“It was daunting. I read a ton,” she said. “I threw together PowerPoints and did drop-in experimental programs for students. Some of them were mediocre. I got a better and better sense as I went, about what was good advice and what worked.”
Today, Elizabeth thrives on continuing to find ways to support law students as the Associate Dean of Students at George Washington University Law School. Her office provides support services and programs to nearly 1,500 JD students and 200 graduate law students, which includes everything from academic advising, wellness and cultural programs, to supporting student organizations. One of the fascinating things that has unfolded in law schools in the past decade is a cultural shift in the way law schools support students and prepare them for both practice and life. Law school is different from earlier academic experiences, Elizabeth said, and schools are now becoming better equipped to help students navigate those differences.
“I tell students there’s no better time than law school to get a handle on what’s bothering them,” she said. “They’re not going to have more people who are watching out for them, more resources for getting help or more time once they start their careers.”
Elizabeth started her legal career at Gordon & Rees LLP in San Francisco, where her early cases involved breast implant litigation. She enjoyed reading through medical records, learning about medical issues and deposing doctors, which led her to develop a niche in products liability. She joined Preuss, Walker & Shanagher LLP’s San Francisco office in 1995 and relocated to Drinker Biddle’s Washington, D.C., office in 2002, shortly after the two firms merged. Elizabeth said that Chuck Preuss had a big influence on her career as one of her mentors. He is someone who is incredibly patient, steady and reliable, she said, and he encouraged her to work at the limits of her comfort zone. With his trust, support and encouragement, Elizabeth was taking and defending expert depositions, negotiating settlements, and assisting local counsel in cases across the country by her fifth year in practice.
“I gained friends for life at the firm. From the softball team in San Francisco (where Tom Pulliam and I made a pitcher/catcher battery to behold), to the Hawaiian-themed rooftop parties in D.C., I really loved the team culture,” she said. “There’s nothing like being in the trenches on a common enterprise to bond people. I’m lucky to still be in regular touch with so many Drinker Biddle folks on both coasts, past and present.”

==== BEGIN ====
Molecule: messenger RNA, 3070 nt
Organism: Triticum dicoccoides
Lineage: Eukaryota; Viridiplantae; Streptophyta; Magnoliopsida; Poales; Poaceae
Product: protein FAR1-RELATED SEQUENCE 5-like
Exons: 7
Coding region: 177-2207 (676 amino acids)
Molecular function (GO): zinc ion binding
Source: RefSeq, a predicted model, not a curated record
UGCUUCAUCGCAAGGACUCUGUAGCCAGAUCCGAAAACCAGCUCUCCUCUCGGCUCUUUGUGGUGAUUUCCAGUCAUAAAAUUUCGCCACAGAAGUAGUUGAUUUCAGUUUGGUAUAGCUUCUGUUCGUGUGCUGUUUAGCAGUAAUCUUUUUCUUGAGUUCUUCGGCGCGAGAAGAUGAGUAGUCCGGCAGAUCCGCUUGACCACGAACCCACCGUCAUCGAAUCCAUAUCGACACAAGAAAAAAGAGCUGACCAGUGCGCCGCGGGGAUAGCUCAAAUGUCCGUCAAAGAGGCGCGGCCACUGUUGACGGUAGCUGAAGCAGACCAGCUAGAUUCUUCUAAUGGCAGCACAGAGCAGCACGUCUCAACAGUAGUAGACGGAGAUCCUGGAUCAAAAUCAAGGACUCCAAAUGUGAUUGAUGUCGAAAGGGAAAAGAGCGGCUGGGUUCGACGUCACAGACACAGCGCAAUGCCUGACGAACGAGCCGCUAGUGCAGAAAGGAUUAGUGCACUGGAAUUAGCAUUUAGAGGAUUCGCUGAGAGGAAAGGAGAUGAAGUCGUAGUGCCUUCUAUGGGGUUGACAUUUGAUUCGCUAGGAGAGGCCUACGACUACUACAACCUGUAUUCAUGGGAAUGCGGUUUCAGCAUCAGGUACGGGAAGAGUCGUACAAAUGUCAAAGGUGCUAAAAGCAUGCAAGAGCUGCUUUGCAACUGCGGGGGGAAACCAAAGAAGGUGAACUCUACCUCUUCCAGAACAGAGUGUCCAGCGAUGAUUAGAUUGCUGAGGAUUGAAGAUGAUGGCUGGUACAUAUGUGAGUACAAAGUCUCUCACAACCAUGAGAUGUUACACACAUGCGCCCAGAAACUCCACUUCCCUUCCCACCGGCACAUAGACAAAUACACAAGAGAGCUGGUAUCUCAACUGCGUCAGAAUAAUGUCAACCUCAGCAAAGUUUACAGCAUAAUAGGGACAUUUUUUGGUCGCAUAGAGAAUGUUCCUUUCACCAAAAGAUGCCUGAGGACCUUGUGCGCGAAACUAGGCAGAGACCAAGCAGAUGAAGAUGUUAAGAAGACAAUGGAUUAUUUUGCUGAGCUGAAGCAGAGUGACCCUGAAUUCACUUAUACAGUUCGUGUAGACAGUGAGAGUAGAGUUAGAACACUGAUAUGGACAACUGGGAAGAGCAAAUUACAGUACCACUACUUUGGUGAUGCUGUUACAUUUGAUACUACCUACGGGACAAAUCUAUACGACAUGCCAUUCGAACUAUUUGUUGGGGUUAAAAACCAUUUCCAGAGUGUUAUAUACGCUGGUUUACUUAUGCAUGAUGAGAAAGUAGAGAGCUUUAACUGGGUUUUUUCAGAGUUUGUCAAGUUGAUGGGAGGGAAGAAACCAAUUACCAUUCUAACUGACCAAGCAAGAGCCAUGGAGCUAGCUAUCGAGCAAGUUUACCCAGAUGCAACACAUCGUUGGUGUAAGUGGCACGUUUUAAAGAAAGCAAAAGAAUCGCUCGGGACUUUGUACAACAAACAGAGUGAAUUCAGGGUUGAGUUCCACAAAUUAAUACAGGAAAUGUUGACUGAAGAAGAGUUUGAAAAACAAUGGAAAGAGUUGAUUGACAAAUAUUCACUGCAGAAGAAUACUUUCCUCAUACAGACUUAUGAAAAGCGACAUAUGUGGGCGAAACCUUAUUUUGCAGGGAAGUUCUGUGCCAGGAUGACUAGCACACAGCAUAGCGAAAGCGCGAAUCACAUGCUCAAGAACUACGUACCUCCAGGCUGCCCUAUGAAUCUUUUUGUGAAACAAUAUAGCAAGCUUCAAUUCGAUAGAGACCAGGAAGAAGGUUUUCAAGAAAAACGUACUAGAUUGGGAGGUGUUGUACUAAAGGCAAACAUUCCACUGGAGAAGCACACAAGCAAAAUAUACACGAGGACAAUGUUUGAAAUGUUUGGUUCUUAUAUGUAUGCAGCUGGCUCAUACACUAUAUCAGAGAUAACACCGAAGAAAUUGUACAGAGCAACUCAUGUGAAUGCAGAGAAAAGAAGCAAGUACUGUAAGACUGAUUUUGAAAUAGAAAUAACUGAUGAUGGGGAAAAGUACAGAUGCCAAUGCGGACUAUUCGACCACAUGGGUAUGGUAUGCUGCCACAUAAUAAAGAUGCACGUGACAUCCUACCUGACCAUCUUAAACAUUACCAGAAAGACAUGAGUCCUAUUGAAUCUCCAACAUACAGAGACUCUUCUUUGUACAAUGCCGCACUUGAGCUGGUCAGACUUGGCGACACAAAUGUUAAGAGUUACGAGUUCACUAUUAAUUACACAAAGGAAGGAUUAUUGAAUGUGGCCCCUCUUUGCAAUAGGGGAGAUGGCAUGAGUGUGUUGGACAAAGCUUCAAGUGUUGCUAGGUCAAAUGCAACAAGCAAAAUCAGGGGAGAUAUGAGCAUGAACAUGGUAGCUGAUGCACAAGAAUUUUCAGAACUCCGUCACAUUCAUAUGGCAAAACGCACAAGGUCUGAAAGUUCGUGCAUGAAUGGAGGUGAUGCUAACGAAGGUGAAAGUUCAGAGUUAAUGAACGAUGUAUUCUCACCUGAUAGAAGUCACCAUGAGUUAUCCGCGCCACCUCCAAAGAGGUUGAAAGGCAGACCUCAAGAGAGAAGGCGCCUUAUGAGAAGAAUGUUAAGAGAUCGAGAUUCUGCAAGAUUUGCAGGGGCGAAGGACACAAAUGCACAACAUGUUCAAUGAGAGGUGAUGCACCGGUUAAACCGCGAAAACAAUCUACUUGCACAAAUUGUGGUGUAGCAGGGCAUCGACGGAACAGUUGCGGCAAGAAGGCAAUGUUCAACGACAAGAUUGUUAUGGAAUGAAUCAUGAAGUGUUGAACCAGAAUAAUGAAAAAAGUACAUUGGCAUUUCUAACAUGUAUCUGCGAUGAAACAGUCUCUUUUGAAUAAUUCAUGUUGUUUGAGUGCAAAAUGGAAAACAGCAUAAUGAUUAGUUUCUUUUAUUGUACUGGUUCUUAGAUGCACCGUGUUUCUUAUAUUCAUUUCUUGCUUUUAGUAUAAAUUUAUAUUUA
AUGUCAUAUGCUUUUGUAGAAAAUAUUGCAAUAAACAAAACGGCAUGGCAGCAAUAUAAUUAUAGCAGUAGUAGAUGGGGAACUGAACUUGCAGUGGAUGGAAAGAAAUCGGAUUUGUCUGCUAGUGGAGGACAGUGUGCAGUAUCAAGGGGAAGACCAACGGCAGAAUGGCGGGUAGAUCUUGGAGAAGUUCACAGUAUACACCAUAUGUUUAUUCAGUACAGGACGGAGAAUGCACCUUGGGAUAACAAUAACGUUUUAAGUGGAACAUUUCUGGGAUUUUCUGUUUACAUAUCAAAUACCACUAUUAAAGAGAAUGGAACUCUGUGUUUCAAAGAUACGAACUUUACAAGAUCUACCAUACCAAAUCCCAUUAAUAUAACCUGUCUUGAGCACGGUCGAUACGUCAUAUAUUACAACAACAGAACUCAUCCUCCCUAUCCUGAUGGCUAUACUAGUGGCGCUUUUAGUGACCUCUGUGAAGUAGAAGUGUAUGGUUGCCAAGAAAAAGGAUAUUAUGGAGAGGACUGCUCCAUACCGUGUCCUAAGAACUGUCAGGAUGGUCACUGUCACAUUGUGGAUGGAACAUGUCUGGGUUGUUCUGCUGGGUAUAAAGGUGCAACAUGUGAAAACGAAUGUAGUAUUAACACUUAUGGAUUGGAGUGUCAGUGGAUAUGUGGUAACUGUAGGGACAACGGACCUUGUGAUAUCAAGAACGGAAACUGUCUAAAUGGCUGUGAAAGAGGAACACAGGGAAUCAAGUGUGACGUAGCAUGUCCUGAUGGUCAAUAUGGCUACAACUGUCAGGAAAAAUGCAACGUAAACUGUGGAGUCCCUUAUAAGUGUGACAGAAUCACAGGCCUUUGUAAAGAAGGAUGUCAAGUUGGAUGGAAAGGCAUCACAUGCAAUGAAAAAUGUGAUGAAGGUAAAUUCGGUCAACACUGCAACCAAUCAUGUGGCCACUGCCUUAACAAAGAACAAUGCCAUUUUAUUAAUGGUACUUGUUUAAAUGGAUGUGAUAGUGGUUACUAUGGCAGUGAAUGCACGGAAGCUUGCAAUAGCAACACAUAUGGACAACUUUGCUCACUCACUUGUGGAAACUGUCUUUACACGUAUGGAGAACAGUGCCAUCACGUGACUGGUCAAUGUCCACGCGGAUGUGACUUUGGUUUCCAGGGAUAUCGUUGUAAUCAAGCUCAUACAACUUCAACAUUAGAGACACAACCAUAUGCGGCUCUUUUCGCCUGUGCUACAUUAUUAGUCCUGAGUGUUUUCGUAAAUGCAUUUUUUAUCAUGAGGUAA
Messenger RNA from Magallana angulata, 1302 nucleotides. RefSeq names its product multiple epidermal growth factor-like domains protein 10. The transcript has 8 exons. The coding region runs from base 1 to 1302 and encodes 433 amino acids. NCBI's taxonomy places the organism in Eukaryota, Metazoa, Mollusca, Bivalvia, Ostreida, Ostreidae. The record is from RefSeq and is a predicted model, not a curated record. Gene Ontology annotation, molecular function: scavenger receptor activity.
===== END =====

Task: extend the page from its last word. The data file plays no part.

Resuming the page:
Elizabeth taught adjunct classes in legal research and writing at GW Law and thought she might enjoy working at a university much later in her career. But in 2010, Georgetown University Law Center’s Office of the Dean of Students had an opening for a new position and she thought it would be worth exploring.
“When I interviewed at Georgetown Law, I considered it an informational interview—find out what law school administrators do, whether I would like such a job, be qualified for it, etc.,” she said. “Accidentally, I got the job.”
Elizabeth was with Georgetown Law for about six years before moving to her current role with GW Law in 2016. At the time Elizabeth started her career in legal academia eight years ago, there was resistance to providing academic support to law school students at top-tier law schools. Elizabeth says the rationale was that highly intelligent students don’t need that kind of support and if a school offers such programs it would show that the students “don’t have it all together” or need help. Since faculty members have already mastered the necessary skills for being good lawyers, they often didn’t understand the student perspective of struggling through tasks such as pulling relevant information from cases and applying it to hypothetical scenarios. Today, Elizabeth says the vast majority of law schools have some type of academic support program.
“Regardless of LSAT scores or prior grades, law school is a very different exercise and people are dealing with all kinds of different learning styles and external issues,” she said. “Having someone else to go to who is not your faculty member to talk to about that can be helpful.”